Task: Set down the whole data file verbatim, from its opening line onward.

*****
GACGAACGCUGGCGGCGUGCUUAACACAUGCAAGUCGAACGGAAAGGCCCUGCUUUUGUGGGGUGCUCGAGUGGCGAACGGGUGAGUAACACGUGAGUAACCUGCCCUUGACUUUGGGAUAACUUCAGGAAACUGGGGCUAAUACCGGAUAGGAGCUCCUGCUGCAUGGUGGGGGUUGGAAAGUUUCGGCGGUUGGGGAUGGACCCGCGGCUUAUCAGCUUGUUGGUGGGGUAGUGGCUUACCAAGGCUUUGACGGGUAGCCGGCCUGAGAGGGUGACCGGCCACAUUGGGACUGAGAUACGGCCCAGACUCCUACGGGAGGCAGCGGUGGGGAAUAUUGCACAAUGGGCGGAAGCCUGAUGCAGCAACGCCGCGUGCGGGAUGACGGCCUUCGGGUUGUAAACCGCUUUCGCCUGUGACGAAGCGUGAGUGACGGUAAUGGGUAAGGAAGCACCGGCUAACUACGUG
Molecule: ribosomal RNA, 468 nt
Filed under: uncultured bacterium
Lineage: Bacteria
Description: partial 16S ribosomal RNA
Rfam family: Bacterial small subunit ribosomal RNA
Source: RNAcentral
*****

GACGAACGCUGGCGGCGUGCUUAACACAUGCAAGUCGAACGGAAAGGCCCUGCUUUUGUGGGGUGCUCGAGUGGCGAACGGGUGAGUAACACGUGAGUAACCUGCCCUUGACUUUGGGAUAACUUCAGGAAACUGGGGCUAAUACCGGAUAGGAGCUCCUGCUGCAUGGUGGGGGUUGGAAAGUUUCGGCGGUUGGGGAUGGACCCGCGGCUUAUCAGCUUGUUGGUGGGGUAGUGGCUUACCAAGGCUUUGACGGGUAGCCGGCCUGAGAGGGUGACCGGCCACAUUGGGACUGAGAUACGGCCCAGACUCCUACGGGAGGCAGCGGUGGGGAAUAUUGCACAAUGGGCGGAAGCCUGAUGCAGCAACGCCGCGUGCGGGAUGACGGCCUUCGGGUUGUAAACCGCUUUCGCCUGUGACGAAGCGUGAGUGACGGUAAUGGGUAAGGAAGCACCGGCUAACUACGUG
Molecule: ribosomal RNA, 468 nt
Filed under: uncultured bacterium
Lineage: Bacteria
Description: partial 16S ribosomal RNA
Rfam family: Bacterial small subunit ribosomal RNA
Source: RNAcentral